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As most Rocky Horror fans are aware, the actor who played Rocky (Peter Hinwood) couldn't sing, so he would lip-sync his lines in songs, and the vocals were recorded by Trevor White.

However, there are two different versions of Rocky's verse from the song Rose Tint My World (the first song of the Floor Show sequence):

Original Theatrical Release Version:

Later Version (note - the video should begin at the start of Rocky's verse, but if you play the whole video, you may see a wardrobe malfunction from Little Nell/Columbia; this is presumably NSFW):

Why was the original version of this verse replaced with the new version in some editions of the movie?

  • 4
    Couldn't sing. Couldn't dance. Couldn't act. His struggle was real. – Major Stackings Jun 8 '16 at 0:29
  • 1
    "I'm just seven hours old-" "AND CAN'T DANCE!" – Broklynite Jun 20 '16 at 8:42
  • Couldn't even read lines, apparently. – Wad Cheber Jun 20 '16 at 8:43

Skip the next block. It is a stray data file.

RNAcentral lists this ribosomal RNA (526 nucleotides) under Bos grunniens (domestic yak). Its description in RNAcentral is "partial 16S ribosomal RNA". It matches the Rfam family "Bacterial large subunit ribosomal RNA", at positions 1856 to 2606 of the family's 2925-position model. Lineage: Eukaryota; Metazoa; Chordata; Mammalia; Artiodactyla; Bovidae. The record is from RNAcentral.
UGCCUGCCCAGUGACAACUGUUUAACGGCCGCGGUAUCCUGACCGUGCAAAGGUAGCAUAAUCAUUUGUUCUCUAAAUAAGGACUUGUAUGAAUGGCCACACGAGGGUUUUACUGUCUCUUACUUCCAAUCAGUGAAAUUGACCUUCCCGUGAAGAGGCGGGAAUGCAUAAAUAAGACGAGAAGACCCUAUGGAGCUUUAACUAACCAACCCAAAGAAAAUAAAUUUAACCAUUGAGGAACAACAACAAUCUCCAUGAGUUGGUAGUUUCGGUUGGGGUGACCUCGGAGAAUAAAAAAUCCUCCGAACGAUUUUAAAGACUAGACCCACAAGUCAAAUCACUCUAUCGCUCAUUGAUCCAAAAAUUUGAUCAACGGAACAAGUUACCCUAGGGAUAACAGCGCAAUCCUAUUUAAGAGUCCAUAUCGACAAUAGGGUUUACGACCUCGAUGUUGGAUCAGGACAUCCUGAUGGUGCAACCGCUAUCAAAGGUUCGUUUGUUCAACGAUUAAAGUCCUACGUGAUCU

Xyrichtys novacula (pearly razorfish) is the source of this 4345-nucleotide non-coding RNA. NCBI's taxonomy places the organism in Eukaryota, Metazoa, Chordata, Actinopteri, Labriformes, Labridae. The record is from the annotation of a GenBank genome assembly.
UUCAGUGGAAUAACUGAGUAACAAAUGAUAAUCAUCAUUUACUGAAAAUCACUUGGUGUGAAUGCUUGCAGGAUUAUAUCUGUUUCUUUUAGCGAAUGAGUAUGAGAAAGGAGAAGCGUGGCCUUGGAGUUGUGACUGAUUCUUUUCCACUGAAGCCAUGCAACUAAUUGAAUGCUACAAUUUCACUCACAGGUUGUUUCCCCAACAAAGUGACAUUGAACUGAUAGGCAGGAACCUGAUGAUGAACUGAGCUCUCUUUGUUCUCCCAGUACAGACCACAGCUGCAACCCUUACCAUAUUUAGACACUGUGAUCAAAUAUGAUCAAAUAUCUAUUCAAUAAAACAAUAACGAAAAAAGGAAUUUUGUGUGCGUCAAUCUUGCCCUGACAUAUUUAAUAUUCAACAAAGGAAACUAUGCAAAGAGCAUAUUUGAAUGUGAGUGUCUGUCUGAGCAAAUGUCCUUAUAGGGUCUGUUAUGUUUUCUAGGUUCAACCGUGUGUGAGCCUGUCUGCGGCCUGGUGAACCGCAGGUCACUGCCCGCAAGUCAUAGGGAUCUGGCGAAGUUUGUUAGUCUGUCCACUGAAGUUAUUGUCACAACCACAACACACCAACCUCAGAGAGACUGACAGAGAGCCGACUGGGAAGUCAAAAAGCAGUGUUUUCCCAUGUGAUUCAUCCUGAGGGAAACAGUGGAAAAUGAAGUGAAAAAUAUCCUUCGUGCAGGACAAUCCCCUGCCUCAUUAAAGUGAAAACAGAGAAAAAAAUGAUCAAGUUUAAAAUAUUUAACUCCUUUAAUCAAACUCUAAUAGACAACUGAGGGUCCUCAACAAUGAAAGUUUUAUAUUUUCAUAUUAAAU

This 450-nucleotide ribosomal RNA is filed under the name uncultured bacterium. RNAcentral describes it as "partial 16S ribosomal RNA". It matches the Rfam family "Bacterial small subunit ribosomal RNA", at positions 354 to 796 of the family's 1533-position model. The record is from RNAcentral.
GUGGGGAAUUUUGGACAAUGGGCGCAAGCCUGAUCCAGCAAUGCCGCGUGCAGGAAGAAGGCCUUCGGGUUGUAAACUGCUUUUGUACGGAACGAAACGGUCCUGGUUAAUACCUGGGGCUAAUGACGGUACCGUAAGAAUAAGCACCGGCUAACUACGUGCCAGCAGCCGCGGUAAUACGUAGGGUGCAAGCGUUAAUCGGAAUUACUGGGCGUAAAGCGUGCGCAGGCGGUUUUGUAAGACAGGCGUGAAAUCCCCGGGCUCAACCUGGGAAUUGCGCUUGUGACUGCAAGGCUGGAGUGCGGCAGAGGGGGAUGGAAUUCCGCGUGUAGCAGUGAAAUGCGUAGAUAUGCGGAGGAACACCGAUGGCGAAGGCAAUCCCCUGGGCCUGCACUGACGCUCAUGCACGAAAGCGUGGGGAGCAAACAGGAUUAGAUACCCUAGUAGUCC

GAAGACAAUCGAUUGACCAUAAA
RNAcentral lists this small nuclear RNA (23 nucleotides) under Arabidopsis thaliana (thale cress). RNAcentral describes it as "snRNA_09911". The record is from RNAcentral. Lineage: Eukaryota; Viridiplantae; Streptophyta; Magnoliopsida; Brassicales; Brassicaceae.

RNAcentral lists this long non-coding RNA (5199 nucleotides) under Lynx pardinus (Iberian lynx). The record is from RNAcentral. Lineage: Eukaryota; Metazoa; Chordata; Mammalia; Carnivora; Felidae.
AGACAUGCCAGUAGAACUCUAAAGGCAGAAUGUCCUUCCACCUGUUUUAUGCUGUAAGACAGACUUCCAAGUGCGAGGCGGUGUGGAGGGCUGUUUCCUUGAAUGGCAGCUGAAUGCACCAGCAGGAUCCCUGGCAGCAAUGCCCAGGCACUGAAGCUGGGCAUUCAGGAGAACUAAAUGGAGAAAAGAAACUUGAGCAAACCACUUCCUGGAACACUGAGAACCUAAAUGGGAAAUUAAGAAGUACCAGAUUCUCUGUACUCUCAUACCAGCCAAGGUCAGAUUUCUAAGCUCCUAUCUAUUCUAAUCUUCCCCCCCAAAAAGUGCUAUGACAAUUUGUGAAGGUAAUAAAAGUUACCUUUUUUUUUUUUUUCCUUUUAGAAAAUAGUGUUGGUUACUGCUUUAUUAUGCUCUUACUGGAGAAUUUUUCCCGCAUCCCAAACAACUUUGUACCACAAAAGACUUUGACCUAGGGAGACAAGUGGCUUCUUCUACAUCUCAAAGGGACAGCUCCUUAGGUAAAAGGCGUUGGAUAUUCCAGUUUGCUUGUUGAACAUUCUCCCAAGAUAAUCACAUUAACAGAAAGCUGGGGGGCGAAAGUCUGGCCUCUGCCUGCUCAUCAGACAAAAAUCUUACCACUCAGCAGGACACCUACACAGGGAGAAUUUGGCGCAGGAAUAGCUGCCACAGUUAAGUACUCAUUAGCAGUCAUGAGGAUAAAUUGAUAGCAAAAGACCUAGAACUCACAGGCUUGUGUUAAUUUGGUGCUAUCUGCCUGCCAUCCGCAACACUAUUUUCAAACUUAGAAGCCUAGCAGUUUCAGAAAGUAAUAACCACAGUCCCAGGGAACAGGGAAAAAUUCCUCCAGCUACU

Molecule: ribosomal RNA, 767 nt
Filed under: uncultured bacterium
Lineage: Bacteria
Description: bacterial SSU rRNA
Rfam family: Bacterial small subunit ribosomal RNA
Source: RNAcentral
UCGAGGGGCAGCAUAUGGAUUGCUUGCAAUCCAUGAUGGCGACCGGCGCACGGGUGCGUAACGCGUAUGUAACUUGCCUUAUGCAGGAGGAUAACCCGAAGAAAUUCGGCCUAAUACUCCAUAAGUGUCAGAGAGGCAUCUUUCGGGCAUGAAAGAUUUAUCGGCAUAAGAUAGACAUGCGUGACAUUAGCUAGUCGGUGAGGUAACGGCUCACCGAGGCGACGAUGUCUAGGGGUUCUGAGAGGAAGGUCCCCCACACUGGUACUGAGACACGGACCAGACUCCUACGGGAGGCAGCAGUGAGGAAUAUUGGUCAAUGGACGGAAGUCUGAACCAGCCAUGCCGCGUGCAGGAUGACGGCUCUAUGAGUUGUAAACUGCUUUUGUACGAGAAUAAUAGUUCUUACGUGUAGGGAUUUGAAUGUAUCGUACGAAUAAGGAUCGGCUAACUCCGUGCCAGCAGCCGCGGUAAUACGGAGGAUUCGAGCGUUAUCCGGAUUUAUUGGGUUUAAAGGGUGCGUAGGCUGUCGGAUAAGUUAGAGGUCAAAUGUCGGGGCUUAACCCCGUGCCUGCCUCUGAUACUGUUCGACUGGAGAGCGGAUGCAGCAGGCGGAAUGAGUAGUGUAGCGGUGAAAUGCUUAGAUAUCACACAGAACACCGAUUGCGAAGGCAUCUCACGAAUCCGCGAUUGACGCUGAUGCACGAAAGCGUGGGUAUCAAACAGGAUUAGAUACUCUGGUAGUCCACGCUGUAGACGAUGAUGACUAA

• I dunno and google is being unhelpful in the extreme :/ – Rincewind Jun 20 '16 at 11:41
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+250

Peter Hinwood couldn't sing, and during the soundtrack sessions a session singer was used for Rocky Horror's part. Hinwood mimed the vocals during filming. In post-production, Jim Sharman wanted to change Rocky Horror's voice, and hired Australian actor/singer Trevor White to dub the final vocals for the film. White was interviewed for the 2002 book "Rocky Horror: From Concept to Cult." http://www.imdb.com/title/tt0073629/trivia

The film was originally recorded in mono. When 20th Century-Fox finally decided to release it to home video in 1990, the songs in the film were re-dubbed using the stereo versions from the soundtrack release (a session singer was used in the studio version for Rocky's vocals; Trevor White re-dubbed them for the film). Rocky's vocals are different on "Rose Tint My World," and other subtle differences are noticeable to fans who have seen the theatrical release repeatedly, especially because the words didn't match to the mouths of the actors. The original English mono sound was used as an option for the 2000 DVD release (with Trevor White as the voice of Rocky Horror on all songs), along with an English 5.1 Surround mix (using the mono sound and White's vocals) and a commentary track by Richard O'Brien and Patricia Quinn.

From the same link. That seems to cover the explanation of why the lyrics changed from one version to another.

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